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Randomised clinical non-inferiority trial of breathing-based meditation and cognitive processing therapy for symptoms of post-traumatic stress disorder in military veterans

Bayley, P.J., Schulz-Heik, R.J., Tang, J.S., Mathersul, D.C., Avery, T., Wong, M., Zeitzer, J.M., Rosen, C.S., Burn, A.S., Hernandez, B., Lazzeroni, L.C. and Seppälä, E.M. (2022) Randomised clinical non-inferiority trial of breathing-based meditation and cognitive processing therapy for symptoms of post-traumatic stress disorder in military veterans. BMJ Open, 12 (8). Art. e056609.

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Abstract

Objective Test whether Sudarshan Kriya Yoga (SKY) was non-inferior to cognitive processing therapy (CPT) for treating symptoms of post-traumatic stress disorder (PTSD) among veterans via a parallel randomised controlled non-inferiority trial.

Setting Outpatient Veterans Affairs healthcare centre.

Participants 85 veterans (75 men, 61% white, mean age 56.9) with symptoms of PTSD participated between October 2015 and March 2020: 59 participants completed the study.

Interventions SKY emphasises breathing routines and was delivered in group format in a 15-hour workshop followed by two 1-hour sessions per week for 5 weeks. CPT is an individual psychotherapy which emphasises shifting cognitive appraisals and was delivered in two 1-hour sessions per week for 6 weeks.

Measures The primary outcome measure was the PTSD Checklist-Civilian Version (PCL-C). The secondary measures were the Beck Depression Inventory-II (BDI-II) and Positive and Negative Affect Scale (PANAS).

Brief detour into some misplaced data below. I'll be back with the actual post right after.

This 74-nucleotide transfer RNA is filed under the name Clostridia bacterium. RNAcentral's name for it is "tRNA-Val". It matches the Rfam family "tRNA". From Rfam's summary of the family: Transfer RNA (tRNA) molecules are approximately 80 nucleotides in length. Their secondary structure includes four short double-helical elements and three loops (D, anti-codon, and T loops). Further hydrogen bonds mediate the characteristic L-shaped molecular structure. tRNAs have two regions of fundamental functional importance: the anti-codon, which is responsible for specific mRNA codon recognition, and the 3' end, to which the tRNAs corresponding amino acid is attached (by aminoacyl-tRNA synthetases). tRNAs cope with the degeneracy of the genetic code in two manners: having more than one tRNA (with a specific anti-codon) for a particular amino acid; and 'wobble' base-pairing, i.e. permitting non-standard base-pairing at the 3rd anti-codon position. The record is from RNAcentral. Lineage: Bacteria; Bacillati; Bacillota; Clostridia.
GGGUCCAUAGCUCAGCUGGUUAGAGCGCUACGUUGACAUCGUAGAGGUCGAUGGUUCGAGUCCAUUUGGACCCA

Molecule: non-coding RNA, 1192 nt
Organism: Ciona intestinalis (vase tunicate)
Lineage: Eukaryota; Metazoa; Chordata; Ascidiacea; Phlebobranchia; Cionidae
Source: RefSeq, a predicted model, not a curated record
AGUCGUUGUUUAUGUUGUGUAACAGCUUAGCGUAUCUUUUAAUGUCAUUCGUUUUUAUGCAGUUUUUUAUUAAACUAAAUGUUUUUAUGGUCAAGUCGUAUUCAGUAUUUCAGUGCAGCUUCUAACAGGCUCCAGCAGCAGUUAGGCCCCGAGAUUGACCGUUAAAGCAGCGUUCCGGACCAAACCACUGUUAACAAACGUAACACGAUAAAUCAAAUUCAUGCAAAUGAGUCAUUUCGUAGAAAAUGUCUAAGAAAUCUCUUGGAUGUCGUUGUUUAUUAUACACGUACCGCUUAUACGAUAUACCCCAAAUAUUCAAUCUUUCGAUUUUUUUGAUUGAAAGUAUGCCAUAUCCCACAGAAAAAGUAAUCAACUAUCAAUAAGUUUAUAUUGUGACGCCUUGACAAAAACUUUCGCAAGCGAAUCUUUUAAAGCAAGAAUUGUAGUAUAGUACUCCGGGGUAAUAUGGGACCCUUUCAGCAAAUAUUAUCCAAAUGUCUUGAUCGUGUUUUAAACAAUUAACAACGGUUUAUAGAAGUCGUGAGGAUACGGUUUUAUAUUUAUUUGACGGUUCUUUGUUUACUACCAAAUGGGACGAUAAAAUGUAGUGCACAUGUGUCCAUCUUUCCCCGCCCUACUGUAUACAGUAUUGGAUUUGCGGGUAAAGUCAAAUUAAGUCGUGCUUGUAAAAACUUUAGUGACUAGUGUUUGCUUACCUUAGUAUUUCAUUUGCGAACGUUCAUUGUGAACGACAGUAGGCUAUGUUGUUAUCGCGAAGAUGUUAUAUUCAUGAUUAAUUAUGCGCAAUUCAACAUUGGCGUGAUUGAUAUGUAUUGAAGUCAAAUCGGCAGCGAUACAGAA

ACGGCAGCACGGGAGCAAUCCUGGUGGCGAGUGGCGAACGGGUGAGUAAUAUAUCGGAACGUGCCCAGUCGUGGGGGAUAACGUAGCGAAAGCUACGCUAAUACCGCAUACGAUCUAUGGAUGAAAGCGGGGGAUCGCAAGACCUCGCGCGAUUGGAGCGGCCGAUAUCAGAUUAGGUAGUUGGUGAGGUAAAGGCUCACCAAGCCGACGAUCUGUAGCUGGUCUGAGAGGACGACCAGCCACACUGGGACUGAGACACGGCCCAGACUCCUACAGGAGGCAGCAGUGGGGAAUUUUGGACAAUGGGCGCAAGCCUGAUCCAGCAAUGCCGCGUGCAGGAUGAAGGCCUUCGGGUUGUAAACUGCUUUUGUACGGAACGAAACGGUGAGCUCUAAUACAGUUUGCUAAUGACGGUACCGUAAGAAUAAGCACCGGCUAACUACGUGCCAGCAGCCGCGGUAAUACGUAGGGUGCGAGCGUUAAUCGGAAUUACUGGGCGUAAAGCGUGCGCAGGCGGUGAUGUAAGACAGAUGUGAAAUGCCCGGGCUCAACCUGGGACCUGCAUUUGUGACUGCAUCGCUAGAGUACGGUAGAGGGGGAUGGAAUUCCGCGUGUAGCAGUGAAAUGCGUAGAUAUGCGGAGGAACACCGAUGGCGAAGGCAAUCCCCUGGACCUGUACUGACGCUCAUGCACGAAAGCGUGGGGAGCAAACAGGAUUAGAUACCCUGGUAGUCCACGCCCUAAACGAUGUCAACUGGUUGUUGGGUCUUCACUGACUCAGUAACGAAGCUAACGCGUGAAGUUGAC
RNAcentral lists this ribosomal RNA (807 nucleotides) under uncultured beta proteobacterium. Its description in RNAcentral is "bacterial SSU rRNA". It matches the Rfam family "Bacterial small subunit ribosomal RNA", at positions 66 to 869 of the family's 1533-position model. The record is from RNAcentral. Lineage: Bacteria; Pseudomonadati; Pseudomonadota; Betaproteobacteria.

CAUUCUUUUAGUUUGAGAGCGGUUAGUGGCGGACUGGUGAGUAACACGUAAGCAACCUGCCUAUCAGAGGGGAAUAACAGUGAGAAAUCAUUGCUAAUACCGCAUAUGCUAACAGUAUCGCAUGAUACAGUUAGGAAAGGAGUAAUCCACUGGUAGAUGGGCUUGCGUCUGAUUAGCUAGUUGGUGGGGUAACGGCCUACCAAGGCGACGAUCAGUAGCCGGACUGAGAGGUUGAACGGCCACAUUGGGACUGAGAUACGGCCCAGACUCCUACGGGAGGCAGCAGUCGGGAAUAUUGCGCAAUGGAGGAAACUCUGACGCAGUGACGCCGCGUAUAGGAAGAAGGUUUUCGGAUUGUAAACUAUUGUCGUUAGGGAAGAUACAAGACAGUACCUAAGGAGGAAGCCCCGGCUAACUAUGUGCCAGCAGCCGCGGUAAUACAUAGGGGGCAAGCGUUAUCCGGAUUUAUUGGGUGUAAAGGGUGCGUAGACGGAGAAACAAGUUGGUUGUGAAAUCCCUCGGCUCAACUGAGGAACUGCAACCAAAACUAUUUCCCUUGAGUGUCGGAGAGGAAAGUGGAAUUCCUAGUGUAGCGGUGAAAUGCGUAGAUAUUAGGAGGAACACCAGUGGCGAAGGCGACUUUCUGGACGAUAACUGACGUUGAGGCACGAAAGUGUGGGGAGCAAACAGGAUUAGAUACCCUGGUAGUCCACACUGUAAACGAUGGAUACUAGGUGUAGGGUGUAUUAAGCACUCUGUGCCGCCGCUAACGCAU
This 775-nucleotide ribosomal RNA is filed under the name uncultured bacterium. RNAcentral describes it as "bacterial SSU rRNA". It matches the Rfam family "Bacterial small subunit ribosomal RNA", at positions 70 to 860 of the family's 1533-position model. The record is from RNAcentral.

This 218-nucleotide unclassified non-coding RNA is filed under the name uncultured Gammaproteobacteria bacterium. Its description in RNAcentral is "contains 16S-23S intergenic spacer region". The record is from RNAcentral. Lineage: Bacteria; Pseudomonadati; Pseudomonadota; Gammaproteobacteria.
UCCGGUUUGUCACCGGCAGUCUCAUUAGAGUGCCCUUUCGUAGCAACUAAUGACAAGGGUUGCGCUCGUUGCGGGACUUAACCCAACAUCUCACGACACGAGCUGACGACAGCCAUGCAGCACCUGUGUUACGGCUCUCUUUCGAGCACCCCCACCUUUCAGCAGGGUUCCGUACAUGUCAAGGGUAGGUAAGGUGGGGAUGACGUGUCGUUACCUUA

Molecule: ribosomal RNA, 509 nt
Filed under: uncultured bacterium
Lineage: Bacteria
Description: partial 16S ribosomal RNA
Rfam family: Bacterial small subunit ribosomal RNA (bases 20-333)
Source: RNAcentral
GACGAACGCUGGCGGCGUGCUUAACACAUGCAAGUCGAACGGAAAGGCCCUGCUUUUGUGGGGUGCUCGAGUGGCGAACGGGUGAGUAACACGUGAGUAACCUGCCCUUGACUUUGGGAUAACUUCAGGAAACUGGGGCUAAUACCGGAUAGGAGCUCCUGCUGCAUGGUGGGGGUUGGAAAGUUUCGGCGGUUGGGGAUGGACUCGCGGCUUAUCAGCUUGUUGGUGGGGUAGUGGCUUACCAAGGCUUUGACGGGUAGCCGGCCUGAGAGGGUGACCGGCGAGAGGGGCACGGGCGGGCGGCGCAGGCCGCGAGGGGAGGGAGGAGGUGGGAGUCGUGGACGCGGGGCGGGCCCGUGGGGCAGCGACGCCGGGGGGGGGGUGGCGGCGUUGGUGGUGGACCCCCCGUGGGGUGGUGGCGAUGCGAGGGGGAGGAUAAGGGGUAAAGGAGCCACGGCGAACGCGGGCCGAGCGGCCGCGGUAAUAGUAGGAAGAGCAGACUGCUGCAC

Results Mean PCL-C at baseline was 56.5 (±12.6). Intent-to-treat analyses showed that PCL-C scores were reduced at 6 weeks (end of treatment) relative to baseline (SKY, −5.6, d=0.41, n=41: CPT, −6.8, d=0.58, n=44). The between-treatment difference in change scores was within the non-inferiority margin of 10 points (−1.2, 95% CI −5.7 to 3.3), suggesting SKY was not inferior to CPT. SKY was also non-inferior at 1-month (CPT–SKY: −2.1, 95% CI −6.9 to 2.8) and 1-year (CPT–SKY: −1.8, 95% CI −6.6 to 2.9) assessments. SKY was also non-inferior to CPT on the BDI-II and PANAS at end of treatment and 1 month, but SKY was inferior to CPT on both BDI-II and PANAS at 1 year. Dropout rates were similar (SKY, 27%, CPT, 34%: OR=1.36, 95% CI 0.51 to 3.62, p=0.54).

Conclusions SKY may be non-inferior to CPT for treating symptoms of PTSD and merits further consideration as a treatment for PTSD.

Item Type: Journal Article
Murdoch Affiliation(s): Psychology, Counselling, Exercise Science and Chiropractic
Publisher: BMJ Publishing Group
Copyright: © 2022 Author(s) (or their employer(s)).
URI: http://researchrepository.murdoch.edu.au/id/eprint/65953
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